In the past month, USAID has started multiple projects around the world to help benefit different countries in different ways. This article will outline three of the projects USAID has undertaken recently; but certainly they are not all the projects that are currently going on in USAID. Indeed, they merely represent a small percentage of all the good that USAID has been doing.
The first project to highlight is a USAID photo exhibition that was shown in Hyderabad. Hyderabad is located in Pakistan, one of the many developing countries in today’s world. The photo exhibition was inaugurated at Hyderabad on April 25th, 2013, and ran until April 27th. This exhibition was free of charge to the public, and was located at Isra University. This exhibition was meant to commemorate the 50th anniversary of USAID’s partnership with Pakistan. It represented the five decades that have been spent working in partnership with Pakistan to better the country in any way possible. Michael Dodman opened the exhibition, and he is the United States Consul General, Karachi. Consul General Dodman has said that Americans and Pakistanis have been working together for half a century to create a better future and to continue a positive partnership in the upcoming years. America is committed to respect Pakistan and to help its development in any way possible.
USAID has also helped Sindh, one of the Pakistani provinces. USAID has built important establishments like schools and hospitals, and has helped women become more equal in society. This photo exhibition represents the United States’ commitment to continue helping Pakistan through programs that cover energy, education, economic development, and health care. The showcase itself is a multi-media display of all the initiatives that USAID is currently supporting within Pakistan, and what they have supported and prioritized in the past fifty years, including the initiative to help women receive National Identity Cards in order to participate in civic life.
The second program is the “Camel Milk Project” in Ethiopia. The Camel Milk Value Chair Development Project was launched in Fafan Village in eastern Ethiopia. The point of this project is to support smallholder livestock keepers, in order to help them remain viable and to promote growth and togetherness. It will reach up to 50,000 livestock keepers. It is part of a larger initiative in Ethiopia implemented by USAID titled “Feed the Future;” it is meant to help feed Ethiopia through its own farmers. USAID wishes to help Ethiopia provide for itself, rather than relying on outside sources for food. If farmers within Ethiopia can provide for the entire country, it will help the country grow and develop, and will end in an increase in profit. The project will increase camel productivity to improve the camel milk production, which will arrive at markets and help the farmers maintain a livelihood. Abdifatah Mohamud Hassan, the Vice President, supports the project because it increases the wealth of the pastoralists (smallholder livestock keepers, particularly of camels).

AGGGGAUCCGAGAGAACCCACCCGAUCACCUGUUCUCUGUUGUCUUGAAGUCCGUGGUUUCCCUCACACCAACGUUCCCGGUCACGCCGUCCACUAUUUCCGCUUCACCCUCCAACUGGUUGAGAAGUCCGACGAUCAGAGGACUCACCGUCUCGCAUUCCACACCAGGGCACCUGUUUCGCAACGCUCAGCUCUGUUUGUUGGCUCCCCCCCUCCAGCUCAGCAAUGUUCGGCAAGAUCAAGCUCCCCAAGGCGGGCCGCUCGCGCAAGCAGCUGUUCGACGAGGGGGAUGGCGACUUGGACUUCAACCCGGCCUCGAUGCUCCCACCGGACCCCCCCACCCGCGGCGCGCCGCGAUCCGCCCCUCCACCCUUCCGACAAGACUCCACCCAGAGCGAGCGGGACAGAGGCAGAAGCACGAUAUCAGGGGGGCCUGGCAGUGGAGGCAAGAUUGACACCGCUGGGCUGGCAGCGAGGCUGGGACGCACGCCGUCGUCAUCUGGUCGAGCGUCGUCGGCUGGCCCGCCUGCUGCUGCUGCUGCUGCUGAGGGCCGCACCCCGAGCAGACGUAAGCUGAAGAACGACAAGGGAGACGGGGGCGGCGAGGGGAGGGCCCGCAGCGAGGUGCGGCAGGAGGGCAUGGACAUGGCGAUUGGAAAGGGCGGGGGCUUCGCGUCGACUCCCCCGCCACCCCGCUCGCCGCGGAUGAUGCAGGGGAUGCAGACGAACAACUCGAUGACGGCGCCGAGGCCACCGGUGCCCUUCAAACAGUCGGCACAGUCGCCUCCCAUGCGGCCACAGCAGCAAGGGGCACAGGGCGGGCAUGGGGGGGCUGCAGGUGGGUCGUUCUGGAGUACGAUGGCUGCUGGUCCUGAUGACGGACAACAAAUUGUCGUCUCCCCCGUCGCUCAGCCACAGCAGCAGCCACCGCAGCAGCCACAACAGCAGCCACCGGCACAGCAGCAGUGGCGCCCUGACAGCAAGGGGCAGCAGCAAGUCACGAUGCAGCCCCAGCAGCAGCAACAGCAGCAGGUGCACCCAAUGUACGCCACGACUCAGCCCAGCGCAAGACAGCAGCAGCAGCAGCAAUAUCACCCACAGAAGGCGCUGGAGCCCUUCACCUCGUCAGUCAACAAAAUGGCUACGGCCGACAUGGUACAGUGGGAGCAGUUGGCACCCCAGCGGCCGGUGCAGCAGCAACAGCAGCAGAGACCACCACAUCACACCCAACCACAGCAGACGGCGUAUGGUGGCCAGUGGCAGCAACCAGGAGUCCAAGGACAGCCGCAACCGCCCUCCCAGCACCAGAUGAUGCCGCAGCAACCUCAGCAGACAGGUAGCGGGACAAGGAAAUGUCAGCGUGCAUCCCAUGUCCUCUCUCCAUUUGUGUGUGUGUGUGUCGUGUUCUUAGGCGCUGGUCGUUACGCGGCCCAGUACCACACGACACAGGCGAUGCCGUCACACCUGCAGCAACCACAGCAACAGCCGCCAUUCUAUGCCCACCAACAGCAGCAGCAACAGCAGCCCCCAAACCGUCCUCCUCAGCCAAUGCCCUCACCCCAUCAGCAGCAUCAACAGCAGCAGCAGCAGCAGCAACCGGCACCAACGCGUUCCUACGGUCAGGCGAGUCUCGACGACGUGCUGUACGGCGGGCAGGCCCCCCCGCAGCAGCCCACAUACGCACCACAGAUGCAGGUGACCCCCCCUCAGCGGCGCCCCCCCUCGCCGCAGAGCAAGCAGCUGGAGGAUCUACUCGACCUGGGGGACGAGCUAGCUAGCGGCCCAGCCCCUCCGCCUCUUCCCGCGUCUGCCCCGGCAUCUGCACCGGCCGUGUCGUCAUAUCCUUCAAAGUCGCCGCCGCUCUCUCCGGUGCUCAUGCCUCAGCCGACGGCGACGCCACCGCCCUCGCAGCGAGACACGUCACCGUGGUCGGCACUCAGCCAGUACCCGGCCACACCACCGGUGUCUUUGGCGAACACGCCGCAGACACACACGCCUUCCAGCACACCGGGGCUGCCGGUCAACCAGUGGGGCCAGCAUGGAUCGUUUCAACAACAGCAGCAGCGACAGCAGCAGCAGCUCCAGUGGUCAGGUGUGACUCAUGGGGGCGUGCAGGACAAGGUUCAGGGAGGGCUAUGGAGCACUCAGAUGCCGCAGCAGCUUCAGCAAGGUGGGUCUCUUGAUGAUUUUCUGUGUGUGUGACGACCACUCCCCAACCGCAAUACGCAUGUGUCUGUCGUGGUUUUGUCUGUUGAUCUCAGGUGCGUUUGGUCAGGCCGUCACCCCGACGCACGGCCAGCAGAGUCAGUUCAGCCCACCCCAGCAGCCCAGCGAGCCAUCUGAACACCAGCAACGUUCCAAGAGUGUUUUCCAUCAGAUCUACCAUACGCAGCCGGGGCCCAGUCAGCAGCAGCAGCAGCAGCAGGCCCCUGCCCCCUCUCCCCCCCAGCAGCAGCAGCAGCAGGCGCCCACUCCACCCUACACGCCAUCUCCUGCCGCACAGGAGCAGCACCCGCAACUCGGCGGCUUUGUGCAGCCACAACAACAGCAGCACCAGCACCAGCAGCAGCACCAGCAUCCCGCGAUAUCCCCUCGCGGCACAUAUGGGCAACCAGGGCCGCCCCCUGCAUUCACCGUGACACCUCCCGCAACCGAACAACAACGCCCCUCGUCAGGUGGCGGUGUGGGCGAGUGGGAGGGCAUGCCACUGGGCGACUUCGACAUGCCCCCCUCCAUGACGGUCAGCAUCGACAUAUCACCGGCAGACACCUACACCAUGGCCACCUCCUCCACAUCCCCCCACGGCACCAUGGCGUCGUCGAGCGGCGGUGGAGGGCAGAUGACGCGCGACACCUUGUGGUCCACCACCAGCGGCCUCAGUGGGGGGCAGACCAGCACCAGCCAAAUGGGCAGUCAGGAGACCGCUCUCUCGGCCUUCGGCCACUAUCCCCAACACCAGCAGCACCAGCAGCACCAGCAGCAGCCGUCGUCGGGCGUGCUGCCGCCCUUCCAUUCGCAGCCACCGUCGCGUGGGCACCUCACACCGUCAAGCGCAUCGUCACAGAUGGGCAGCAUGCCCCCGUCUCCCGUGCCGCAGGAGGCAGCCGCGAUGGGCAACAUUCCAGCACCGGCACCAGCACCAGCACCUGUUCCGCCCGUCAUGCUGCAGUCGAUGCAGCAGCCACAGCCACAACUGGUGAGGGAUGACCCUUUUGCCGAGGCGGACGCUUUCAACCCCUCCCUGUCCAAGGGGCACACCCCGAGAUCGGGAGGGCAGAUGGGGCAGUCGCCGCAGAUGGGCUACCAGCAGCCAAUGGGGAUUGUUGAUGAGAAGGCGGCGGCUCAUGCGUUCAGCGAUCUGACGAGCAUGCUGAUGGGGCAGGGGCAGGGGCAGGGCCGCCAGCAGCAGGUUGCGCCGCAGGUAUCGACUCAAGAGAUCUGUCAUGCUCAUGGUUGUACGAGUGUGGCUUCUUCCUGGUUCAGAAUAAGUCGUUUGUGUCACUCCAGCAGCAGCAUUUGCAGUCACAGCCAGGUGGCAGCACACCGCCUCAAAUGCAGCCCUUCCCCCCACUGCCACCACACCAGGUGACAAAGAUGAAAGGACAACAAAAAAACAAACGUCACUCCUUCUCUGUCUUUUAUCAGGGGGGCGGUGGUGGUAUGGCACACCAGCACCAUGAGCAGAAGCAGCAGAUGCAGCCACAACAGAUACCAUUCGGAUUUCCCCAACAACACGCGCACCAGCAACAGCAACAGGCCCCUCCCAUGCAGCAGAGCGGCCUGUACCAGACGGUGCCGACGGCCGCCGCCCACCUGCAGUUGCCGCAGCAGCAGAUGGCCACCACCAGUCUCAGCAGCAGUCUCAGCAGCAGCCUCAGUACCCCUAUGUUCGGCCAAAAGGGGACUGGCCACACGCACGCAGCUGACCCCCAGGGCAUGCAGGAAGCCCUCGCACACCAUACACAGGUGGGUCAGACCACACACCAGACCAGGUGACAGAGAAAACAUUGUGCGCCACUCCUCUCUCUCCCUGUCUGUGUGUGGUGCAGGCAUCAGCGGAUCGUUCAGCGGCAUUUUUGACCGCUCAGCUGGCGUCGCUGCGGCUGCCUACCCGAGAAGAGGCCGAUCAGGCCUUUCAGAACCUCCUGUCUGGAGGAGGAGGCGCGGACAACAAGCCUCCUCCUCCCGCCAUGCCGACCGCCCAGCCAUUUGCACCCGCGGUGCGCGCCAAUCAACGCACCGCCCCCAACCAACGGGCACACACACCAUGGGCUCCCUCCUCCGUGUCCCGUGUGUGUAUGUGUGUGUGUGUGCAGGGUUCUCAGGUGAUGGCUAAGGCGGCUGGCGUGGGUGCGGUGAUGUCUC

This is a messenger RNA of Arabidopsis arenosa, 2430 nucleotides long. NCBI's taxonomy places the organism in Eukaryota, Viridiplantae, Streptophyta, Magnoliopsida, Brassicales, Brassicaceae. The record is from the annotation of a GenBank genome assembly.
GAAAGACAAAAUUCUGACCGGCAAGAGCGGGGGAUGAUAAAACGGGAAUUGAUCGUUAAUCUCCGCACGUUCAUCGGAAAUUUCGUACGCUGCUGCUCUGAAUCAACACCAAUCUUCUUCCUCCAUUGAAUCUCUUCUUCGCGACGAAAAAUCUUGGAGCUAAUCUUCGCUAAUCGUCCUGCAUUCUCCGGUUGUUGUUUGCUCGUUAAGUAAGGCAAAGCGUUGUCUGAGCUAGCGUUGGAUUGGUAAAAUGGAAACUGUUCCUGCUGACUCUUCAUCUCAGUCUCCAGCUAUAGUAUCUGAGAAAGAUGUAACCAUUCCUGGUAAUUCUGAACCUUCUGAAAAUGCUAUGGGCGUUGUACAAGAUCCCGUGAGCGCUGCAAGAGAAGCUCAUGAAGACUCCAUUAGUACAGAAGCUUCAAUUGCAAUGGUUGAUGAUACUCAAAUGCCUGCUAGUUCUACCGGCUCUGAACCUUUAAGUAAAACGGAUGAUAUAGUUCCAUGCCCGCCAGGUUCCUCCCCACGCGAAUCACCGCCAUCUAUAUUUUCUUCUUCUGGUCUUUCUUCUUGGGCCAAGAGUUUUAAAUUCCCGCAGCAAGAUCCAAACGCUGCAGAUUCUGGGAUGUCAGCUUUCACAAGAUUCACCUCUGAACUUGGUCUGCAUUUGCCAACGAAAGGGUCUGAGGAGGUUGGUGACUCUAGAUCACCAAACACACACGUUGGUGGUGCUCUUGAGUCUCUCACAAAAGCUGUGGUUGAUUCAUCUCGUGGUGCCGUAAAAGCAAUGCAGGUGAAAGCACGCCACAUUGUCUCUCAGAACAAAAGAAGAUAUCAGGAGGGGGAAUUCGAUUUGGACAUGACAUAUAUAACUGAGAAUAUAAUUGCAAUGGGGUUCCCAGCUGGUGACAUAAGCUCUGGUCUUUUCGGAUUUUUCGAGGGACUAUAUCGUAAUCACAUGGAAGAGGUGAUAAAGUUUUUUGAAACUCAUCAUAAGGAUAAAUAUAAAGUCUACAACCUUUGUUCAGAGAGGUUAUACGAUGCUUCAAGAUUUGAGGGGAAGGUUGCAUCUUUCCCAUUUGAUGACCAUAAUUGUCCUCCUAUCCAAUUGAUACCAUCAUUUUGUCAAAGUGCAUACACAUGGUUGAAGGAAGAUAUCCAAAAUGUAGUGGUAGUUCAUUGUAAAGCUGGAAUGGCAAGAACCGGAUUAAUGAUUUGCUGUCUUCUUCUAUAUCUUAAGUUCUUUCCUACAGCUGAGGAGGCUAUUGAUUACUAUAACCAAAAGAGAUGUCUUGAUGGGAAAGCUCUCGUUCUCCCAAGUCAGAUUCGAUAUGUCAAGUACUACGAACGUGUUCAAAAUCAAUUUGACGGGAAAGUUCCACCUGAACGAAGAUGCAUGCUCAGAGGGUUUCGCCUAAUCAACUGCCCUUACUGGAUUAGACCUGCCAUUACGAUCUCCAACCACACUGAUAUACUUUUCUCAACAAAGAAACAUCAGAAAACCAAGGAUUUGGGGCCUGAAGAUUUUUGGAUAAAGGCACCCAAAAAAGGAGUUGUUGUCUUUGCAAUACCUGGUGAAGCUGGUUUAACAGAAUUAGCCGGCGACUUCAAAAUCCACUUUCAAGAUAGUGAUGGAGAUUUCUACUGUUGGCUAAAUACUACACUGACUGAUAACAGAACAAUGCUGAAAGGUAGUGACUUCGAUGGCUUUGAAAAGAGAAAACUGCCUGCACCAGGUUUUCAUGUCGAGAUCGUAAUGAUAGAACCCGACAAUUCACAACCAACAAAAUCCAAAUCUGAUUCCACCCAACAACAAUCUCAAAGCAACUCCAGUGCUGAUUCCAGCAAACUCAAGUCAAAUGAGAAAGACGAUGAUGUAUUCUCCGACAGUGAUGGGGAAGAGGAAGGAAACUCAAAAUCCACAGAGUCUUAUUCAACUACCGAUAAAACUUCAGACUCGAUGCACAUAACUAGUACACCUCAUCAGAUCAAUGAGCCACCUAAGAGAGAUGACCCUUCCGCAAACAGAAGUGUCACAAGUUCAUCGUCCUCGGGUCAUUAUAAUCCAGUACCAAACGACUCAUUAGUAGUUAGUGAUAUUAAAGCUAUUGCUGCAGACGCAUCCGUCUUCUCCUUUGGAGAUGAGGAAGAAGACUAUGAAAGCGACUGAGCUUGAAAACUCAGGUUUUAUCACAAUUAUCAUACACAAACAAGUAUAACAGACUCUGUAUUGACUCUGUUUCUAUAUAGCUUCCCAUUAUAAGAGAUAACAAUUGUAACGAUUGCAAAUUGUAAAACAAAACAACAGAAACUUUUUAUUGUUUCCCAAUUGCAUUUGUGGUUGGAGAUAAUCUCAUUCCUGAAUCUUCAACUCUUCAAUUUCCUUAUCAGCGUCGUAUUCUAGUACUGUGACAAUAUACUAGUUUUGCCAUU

The last initiative of USAID is a funding of computer gear for FATA Secretariat, located between Pakistan and Afghanistan. FATA stands for the Federally Administered Tribal Areas. It is a region officially governed by Pakistan, but it borders Afghanistan. USAID has recently donated computers to this region in order to stimulate growth and to help them develop their technology. The new equipment donated to FATA will also help the use of the ZMIS, or the Zakat & Ushr Management Information System. Hopefully, this donation will help strengthen FATA as well as Pakistan.
Overall, these three initiatives support Ethiopia and Pakistan, but many other programs are occurring around the world. The United States is helping the world progress, and helping third world countries develop. It is doing as much good as possible given its budget, and will continue to do so in the future.
– Corina Balsamo
Source: Business Recorder, Bernama, The News
Photo: University of Minnesota